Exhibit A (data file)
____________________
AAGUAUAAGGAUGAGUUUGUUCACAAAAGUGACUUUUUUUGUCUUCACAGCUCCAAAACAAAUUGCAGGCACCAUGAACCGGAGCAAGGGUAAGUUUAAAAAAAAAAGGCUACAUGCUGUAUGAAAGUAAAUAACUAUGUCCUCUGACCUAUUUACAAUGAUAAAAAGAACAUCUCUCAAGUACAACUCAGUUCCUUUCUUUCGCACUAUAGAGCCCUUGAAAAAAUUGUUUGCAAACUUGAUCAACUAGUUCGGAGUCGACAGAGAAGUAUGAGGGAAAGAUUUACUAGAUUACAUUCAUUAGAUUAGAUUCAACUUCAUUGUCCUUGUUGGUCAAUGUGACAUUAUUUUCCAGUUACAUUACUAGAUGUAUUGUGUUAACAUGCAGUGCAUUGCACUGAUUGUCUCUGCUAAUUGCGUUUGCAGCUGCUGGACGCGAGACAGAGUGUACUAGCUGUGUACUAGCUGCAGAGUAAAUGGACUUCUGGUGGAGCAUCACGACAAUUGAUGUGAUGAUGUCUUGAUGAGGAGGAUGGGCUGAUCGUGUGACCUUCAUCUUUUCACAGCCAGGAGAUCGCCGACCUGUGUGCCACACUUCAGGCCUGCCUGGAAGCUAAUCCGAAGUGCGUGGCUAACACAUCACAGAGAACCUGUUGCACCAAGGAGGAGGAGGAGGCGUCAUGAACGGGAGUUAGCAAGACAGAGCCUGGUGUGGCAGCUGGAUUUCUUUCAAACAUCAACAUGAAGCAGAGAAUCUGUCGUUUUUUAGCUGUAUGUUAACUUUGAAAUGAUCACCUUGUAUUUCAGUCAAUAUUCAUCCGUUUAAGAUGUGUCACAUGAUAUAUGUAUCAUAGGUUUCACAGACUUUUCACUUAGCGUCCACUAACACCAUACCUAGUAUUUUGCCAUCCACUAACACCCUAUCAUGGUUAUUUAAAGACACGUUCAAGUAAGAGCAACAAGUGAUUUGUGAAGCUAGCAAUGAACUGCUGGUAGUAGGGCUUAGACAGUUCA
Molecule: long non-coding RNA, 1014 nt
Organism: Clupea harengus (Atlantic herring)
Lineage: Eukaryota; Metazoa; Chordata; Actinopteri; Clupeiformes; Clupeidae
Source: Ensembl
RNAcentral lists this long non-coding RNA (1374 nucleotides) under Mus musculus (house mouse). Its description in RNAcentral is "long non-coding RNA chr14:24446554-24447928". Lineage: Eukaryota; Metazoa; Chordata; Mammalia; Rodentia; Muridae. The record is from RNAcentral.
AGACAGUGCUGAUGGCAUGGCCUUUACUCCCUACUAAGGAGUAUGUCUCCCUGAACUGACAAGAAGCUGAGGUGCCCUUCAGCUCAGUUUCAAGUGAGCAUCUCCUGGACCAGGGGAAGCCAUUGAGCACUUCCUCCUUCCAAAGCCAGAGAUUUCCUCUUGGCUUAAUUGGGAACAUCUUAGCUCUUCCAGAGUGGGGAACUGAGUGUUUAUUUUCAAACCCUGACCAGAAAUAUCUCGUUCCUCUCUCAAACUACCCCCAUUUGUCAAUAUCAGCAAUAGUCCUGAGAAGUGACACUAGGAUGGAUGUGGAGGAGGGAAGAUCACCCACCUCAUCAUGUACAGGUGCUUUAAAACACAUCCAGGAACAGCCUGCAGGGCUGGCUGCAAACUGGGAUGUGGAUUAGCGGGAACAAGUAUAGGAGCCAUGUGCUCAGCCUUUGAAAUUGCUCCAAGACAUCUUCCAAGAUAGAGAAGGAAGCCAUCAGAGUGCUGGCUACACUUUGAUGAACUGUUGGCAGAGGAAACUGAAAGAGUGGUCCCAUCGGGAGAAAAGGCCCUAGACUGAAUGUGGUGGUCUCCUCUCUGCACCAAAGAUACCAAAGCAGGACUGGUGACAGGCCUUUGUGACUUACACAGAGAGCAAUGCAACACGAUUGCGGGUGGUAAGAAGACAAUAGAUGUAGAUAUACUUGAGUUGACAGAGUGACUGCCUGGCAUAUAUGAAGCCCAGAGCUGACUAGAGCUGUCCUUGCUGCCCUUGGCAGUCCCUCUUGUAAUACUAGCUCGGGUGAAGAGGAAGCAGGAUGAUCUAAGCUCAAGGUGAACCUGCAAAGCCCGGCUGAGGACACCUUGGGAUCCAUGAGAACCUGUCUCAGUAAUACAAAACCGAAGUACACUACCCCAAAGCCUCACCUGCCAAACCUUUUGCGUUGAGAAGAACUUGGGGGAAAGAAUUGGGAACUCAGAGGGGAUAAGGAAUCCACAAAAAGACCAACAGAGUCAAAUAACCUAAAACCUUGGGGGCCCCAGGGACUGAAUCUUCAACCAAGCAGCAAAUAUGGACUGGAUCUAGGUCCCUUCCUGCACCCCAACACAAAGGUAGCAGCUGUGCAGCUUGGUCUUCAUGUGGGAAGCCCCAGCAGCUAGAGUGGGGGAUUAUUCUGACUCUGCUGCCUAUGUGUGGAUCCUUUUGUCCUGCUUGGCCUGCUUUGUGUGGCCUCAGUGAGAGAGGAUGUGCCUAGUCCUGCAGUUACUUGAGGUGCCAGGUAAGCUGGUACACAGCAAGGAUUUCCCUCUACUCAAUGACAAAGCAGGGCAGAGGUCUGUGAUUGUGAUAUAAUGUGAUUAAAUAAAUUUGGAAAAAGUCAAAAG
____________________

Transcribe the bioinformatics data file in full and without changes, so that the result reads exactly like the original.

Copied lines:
AAGUAUAAGGAUGAGUUUGUUCACAAAAGUGACUUUUUUUGUCUUCACAGCUCCAAAACAAAUUGCAGGCACCAUGAACCGGAGCAAGGGUAAGUUUAAAAAAAAAAGGCUACAUGCUGUAUGAAAGUAAAUAACUAUGUCCUCUGACCUAUUUACAAUGAUAAAAAGAACAUCUCUCAAGUACAACUCAGUUCCUUUCUUUCGCACUAUAGAGCCCUUGAAAAAAUUGUUUGCAAACUUGAUCAACUAGUUCGGAGUCGACAGAGAAGUAUGAGGGAAAGAUUUACUAGAUUACAUUCAUUAGAUUAGAUUCAACUUCAUUGUCCUUGUUGGUCAAUGUGACAUUAUUUUCCAGUUACAUUACUAGAUGUAUUGUGUUAACAUGCAGUGCAUUGCACUGAUUGUCUCUGCUAAUUGCGUUUGCAGCUGCUGGACGCGAGACAGAGUGUACUAGCUGUGUACUAGCUGCAGAGUAAAUGGACUUCUGGUGGAGCAUCACGACAAUUGAUGUGAUGAUGUCUUGAUGAGGAGGAUGGGCUGAUCGUGUGACCUUCAUCUUUUCACAGCCAGGAGAUCGCCGACCUGUGUGCCACACUUCAGGCCUGCCUGGAAGCUAAUCCGAAGUGCGUGGCUAACACAUCACAGAGAACCUGUUGCACCAAGGAGGAGGAGGAGGCGUCAUGAACGGGAGUUAGCAAGACAGAGCCUGGUGUGGCAGCUGGAUUUCUUUCAAACAUCAACAUGAAGCAGAGAAUCUGUCGUUUUUUAGCUGUAUGUUAACUUUGAAAUGAUCACCUUGUAUUUCAGUCAAUAUUCAUCCGUUUAAGAUGUGUCACAUGAUAUAUGUAUCAUAGGUUUCACAGACUUUUCACUUAGCGUCCACUAACACCAUACCUAGUAUUUUGCCAUCCACUAACACCCUAUCAUGGUUAUUUAAAGACACGUUCAAGUAAGAGCAACAAGUGAUUUGUGAAGCUAGCAAUGAACUGCUGGUAGUAGGGCUUAGACAGUUCA
Molecule: long non-coding RNA, 1014 nt
Organism: Clupea harengus (Atlantic herring)
Lineage: Eukaryota; Metazoa; Chordata; Actinopteri; Clupeiformes; Clupeidae
Source: Ensembl
RNAcentral lists this long non-coding RNA (1374 nucleotides) under Mus musculus (house mouse). Its description in RNAcentral is "long non-coding RNA chr14:24446554-24447928". Lineage: Eukaryota; Metazoa; Chordata; Mammalia; Rodentia; Muridae. The record is from RNAcentral.
AGACAGUGCUGAUGGCAUGGCCUUUACUCCCUACUAAGGAGUAUGUCUCCCUGAACUGACAAGAAGCUGAGGUGCCCUUCAGCUCAGUUUCAAGUGAGCAUCUCCUGGACCAGGGGAAGCCAUUGAGCACUUCCUCCUUCCAAAGCCAGAGAUUUCCUCUUGGCUUAAUUGGGAACAUCUUAGCUCUUCCAGAGUGGGGAACUGAGUGUUUAUUUUCAAACCCUGACCAGAAAUAUCUCGUUCCUCUCUCAAACUACCCCCAUUUGUCAAUAUCAGCAAUAGUCCUGAGAAGUGACACUAGGAUGGAUGUGGAGGAGGGAAGAUCACCCACCUCAUCAUGUACAGGUGCUUUAAAACACAUCCAGGAACAGCCUGCAGGGCUGGCUGCAAACUGGGAUGUGGAUUAGCGGGAACAAGUAUAGGAGCCAUGUGCUCAGCCUUUGAAAUUGCUCCAAGACAUCUUCCAAGAUAGAGAAGGAAGCCAUCAGAGUGCUGGCUACACUUUGAUGAACUGUUGGCAGAGGAAACUGAAAGAGUGGUCCCAUCGGGAGAAAAGGCCCUAGACUGAAUGUGGUGGUCUCCUCUCUGCACCAAAGAUACCAAAGCAGGACUGGUGACAGGCCUUUGUGACUUACACAGAGAGCAAUGCAACACGAUUGCGGGUGGUAAGAAGACAAUAGAUGUAGAUAUACUUGAGUUGACAGAGUGACUGCCUGGCAUAUAUGAAGCCCAGAGCUGACUAGAGCUGUCCUUGCUGCCCUUGGCAGUCCCUCUUGUAAUACUAGCUCGGGUGAAGAGGAAGCAGGAUGAUCUAAGCUCAAGGUGAACCUGCAAAGCCCGGCUGAGGACACCUUGGGAUCCAUGAGAACCUGUCUCAGUAAUACAAAACCGAAGUACACUACCCCAAAGCCUCACCUGCCAAACCUUUUGCGUUGAGAAGAACUUGGGGGAAAGAAUUGGGAACUCAGAGGGGAUAAGGAAUCCACAAAAAGACCAACAGAGUCAAAUAACCUAAAACCUUGGGGGCCCCAGGGACUGAAUCUUCAACCAAGCAGCAAAUAUGGACUGGAUCUAGGUCCCUUCCUGCACCCCAACACAAAGGUAGCAGCUGUGCAGCUUGGUCUUCAUGUGGGAAGCCCCAGCAGCUAGAGUGGGGGAUUAUUCUGACUCUGCUGCCUAUGUGUGGAUCCUUUUGUCCUGCUUGGCCUGCUUUGUGUGGCCUCAGUGAGAGAGGAUGUGCCUAGUCCUGCAGUUACUUGAGGUGCCAGGUAAGCUGGUACACAGCAAGGAUUUCCCUCUACUCAAUGACAAAGCAGGGCAGAGGUCUGUGAUUGUGAUAUAAUGUGAUUAAAUAAAUUUGGAAAAAGUCAAAAG